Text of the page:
VIJAY SINGH: I mean, it means a lot. I've had a great team. I really had a great team of guys working with me. On my physical side, my trainer, Jeffrey Frank, he's just done incredible work with me physically, no matter how bad I was. I had a lot of injuries this year, and he pulled me through those things, so Jeffrey, got to put heads up for Jeffrey, he did a great job. My caddie, Chad, was standing along with me when I was practicing at home. So those guys really worked hard.
Just to come up with how I played the last three events or three out of the last five events, I was very positive in my attitude. They were very positive. They showed great signs but never materialized. It was a sad tournament -- a sad half of the year for me, even the later half, missing the cut at the PGA, missing the cut at the British, and those were the grueling part, coming back home on the weekends and not being out there and watching golf on TV. I hate doing that, especially when I'm not there.
Coming up with three wins in five events and knowing that I can do it and actually fixing the most important part of my whole game was the putting part, you know, fixing the attitude change, whatever you may call it, the sick feeling that I had over the short putts or whatever you may call those. We may call it anxiety or whatever it was.
But to be able to overcome that and win tournaments, those are the most satisfying things that I look back and say, wow, if I hadn't fixed that part of it, maybe who knows, this could have been the end of it. But to believe in it and go out there and do it and come out ahead, I think that was probably the most satisfying part of the whole postseason.
Q. Just curious about your thoughts on next week, on the Ryder Cup. You play with these guys obviously week in and week out. How do you expect that to unfold?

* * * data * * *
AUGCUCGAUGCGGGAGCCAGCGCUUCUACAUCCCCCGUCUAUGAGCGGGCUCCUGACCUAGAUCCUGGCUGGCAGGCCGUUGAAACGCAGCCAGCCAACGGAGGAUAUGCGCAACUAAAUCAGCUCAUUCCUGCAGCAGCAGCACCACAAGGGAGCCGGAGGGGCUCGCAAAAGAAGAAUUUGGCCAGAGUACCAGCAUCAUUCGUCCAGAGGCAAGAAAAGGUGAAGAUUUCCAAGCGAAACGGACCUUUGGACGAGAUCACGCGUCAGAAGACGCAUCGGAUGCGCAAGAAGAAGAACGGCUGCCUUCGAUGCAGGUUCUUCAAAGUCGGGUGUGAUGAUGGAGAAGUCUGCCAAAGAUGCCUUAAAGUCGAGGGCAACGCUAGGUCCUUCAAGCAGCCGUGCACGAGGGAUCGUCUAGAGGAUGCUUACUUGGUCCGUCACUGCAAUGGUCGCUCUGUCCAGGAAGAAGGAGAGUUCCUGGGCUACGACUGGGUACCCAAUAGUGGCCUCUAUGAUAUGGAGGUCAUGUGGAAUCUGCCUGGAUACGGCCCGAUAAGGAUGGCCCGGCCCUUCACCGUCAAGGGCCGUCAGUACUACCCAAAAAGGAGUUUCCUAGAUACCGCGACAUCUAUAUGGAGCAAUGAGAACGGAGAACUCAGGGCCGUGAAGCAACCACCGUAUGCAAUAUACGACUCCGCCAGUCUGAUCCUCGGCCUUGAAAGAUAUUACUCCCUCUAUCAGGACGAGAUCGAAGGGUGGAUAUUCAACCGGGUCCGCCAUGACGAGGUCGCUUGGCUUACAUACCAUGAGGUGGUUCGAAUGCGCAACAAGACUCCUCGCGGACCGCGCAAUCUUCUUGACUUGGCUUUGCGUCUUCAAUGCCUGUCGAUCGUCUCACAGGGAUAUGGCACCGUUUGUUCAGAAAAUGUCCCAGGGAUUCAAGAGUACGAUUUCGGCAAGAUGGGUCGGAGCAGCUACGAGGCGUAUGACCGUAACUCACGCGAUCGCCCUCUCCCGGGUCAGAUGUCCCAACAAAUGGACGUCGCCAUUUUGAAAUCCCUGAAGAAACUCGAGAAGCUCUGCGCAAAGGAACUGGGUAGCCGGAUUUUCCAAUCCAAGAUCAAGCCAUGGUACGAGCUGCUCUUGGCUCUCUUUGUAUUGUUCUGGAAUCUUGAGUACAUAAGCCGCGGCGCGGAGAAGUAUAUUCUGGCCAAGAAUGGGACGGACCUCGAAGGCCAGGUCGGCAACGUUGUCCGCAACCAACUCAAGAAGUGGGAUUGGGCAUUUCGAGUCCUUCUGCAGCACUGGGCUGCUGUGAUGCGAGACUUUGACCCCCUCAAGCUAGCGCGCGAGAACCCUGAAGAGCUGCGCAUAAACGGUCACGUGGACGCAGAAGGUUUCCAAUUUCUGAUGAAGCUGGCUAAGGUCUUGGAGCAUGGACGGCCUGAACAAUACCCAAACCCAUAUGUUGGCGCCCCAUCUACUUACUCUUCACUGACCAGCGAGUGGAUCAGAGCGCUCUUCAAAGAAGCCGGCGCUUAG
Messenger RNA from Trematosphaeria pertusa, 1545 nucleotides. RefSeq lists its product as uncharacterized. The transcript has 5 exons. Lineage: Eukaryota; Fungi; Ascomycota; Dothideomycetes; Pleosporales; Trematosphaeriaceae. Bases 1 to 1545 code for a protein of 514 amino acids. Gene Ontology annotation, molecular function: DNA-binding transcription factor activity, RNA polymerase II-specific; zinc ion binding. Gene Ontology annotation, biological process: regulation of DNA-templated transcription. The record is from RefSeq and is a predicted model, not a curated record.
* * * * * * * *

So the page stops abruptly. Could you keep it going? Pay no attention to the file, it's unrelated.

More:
VIJAY SINGH: I think it's going to be a great match. I think both sides have got some new players. Azinger and Faldo, you know, they've been booth partners before on ABC, and I think they have a good rivalry going with the team captains this time. They're friendly, you know; they like each other. I think it's going to be a great match. I think whoever wins has to play really good golf.
I don't know who the favorite this time is. I think it'll be the home crowd. I think the Americans have got a great side. They're younger than, I think, before, and I think they're all ready to play. I think the Americans are going to bring the Cup back.
Q. Why do you think Europe has dominated as it has the last several years?
VIJAY SINGH: I don't know, I think they want it more. I think they talk -- I mean, the Ryder Cup is -- it doesn't start in the U.S. until they pick the players. When it's about to be picked they all get excited. Two weeks, three weeks before the final picking everybody gets excited here in America. But in Europe it's a thing from the beginning of the year. They already plan for it, they're all thinking about it, the players are talking about it. They get together, and they love to win.
They love to beat the Americans. They are more into beating Americans than the Americans are into beating them. So I think that has to change. They have to have an attitude before they get to the tournament itself, and I think the Europeans have that attitude before they arrive there. The Americans have that attitude when they arrive there.
It's a tough week for them, but I think it's going to be -- I think it's going to be great matches. I think both sides are a good team. Obviously the Americans will miss Woods, but they're going to do without him, and we'll just have to wait and see.
LAURA HILL: I'd like to take this opportunity to thank all the media for participating. We appreciate you calling in. Enjoy the next two weeks away from the TOUR, and we'll see you in Atlanta for the TOUR Championship.